• Rollie Mills

    SRP Congratulates 26th recipient of the Karen Wetterhahn Memorial Award

    Announced during the 2023 SRP Annual Grant Recipient Meeting, Rollie Mills from the University of Kentucky SRP Center (UK SRC) was awarded the Karen Wetterhahn Memorial Award. Through UK SRC, Rollie works on filtering harmful chemicals out of the water and air through the development of filtration membranes. Learn more about Rollie in his award announcement.
  • Jane Hoppin, Sc.D.

    Podcast: PFAS in Drinking Water: Responding to Community Concerns

    Jane Hoppin, Sc.D., a project leader with the University of North Carolina SRP Center was featured in an NIEHS Partnerships for Environmental Public Health podcast. The episode focuses on the GenX Exposure study, which was launched in response to North Carolina residents’ concerns following the discovery of PFAS in their drinking water.
  • Dr. Bull Suk

    SRP Releases New Video, Highlighting Collaboration and Innovation

    Watch the Superfund Research Program (SRP)'s new video to learn how SRP reduces contamination, protects human health, creates partnerships, shares results, and trains the next generation of scientists.
  • Clu-in

    SRP Risk e-Learning Webinar Series: Tools for PFAS Site Characterization 

    SRP hosted a Risk e-Learning webinar series focusing on innovative research efforts for monitoring, detecting, and characterizing per- and polyfluoroalkyl substances (PFAS) contamination. The series featured presenters representing several federal agencies as well as SRP-affiliated researchers from across the country. The three sessions included discussions on PFAS chemistry approaches, sources and mapping technologies, and reference materials to name a few. More information is available on the Risk e-Learning series webpage.
  • Chart showing effect of dioxin exposure on liver cholesterol

    Research Brief 350: New Model Estimates the Effects of Dioxin on Liver Cholesterol

    Scientists partly funded by the NIEHS Superfund Research Program (SRP) developed a computer model to determine the health effects of exposure to dioxins. Researchers use the model to combine data on exposures and on known health outcomes to assess the overall risk chemicals could pose to health.
  • A collage of hazardous waste drums, a scientist doing fieldwork, two scientists in a lab, and a child holding a globe

    Superfund Research Program Science Digest

    Check out the December 2023 issue of the SRP Science Digest, which showcases SRP research providing practical, scientific solutions to protect health, the environment, and communities.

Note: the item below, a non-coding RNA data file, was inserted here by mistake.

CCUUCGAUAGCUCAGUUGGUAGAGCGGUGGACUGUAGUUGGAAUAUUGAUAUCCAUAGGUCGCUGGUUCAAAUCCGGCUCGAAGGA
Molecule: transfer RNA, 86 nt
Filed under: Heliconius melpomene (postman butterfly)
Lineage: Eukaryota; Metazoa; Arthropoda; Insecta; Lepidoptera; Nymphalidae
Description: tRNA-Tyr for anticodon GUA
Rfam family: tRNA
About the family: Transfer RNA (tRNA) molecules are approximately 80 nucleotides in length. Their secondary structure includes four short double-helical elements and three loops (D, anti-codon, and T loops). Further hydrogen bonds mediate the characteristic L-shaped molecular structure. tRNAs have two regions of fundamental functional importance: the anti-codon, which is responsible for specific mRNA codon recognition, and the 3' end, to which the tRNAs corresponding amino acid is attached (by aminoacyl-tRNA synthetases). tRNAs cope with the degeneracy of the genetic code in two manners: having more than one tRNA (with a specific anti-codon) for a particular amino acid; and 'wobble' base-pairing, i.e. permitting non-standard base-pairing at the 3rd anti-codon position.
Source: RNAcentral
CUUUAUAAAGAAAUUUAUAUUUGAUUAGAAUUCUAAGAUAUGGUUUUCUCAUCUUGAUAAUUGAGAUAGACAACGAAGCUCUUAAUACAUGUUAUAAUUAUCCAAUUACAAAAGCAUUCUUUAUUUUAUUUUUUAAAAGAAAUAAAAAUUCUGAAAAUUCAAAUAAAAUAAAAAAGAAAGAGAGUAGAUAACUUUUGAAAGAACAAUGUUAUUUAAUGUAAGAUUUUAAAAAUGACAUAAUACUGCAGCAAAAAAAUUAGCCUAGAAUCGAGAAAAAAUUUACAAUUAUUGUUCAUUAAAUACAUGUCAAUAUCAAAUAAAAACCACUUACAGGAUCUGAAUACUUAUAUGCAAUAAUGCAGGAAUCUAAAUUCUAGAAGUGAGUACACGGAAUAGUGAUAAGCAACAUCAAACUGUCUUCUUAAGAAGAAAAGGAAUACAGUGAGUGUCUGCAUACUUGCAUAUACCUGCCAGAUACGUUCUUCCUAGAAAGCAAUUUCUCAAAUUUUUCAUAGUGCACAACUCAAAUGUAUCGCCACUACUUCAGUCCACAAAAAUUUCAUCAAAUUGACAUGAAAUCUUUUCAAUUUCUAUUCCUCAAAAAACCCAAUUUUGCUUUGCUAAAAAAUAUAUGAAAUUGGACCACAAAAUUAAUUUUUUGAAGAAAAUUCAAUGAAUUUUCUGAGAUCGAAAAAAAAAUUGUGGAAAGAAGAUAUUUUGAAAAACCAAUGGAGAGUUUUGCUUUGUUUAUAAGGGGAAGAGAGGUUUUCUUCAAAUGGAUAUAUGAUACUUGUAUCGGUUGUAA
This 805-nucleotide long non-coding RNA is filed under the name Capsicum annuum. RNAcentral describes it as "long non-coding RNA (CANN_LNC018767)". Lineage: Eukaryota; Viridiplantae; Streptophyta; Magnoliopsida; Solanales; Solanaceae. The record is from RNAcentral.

• Superfund Research Program Map

    Where We Work

    If you are interested in learning more about where SRP grant recipients are working, check out the SRP map to see the locations of SRP grant recipients, as well as hazardous waste sites where they conduct research or outreach.
  • Telescope

    SRP Search Tools

    SRP has five search tools to help you learn more about the projects and researchers funded by the Program. The new SRP Faceted Search tool allows you to apply one or more filters to browse information about SRP projects. Filters include chemicals studied, health outcomes, environmental media, and remediation approaches.
  • Newspaper and laptop

    Hot off the Press

    Read the latest publications from SRP researchers.

The NIEHS Hazardous Substance Basic Research and Training Program (Superfund Research Program [SRP]) provides practical, scientific solutions to protect health, the environment, and communities. As part of NIEHS, an Institute of the National Institutes of Health, SRP works to learn more about ways to protect the public from exposure to hazardous substances, such as industrial solvents, arsenic, lead, and mercury. These and other toxic substances are found in contaminated water, soil, and air at hazardous waste sites throughout the United States.

SRP funds university-based grants on basic biological, environmental, and engineering processes to find real and practical solutions to exposures to hazardous substances. These activities complement the work of the U.S. Environmental Protection Agency, the Agency for Toxic Substances and Disease Registry, and other federal and state agencies.

In keeping with the NIEHS mission, SRP's teams of diverse professionals develop, test, and implement unique, solution-oriented approaches to address complex environmental health problems. These teams study environmental contaminants in order to lower environmental cleanup costs, reduce human exposure, and improve human health. SRP's central goal is to understand and break the link between chemical exposure and disease.

To instantly hear about SRP news, research advances, events, and job opportunities for SRP trainees, follow @SRP_NIEHS on X (formerly Twitter).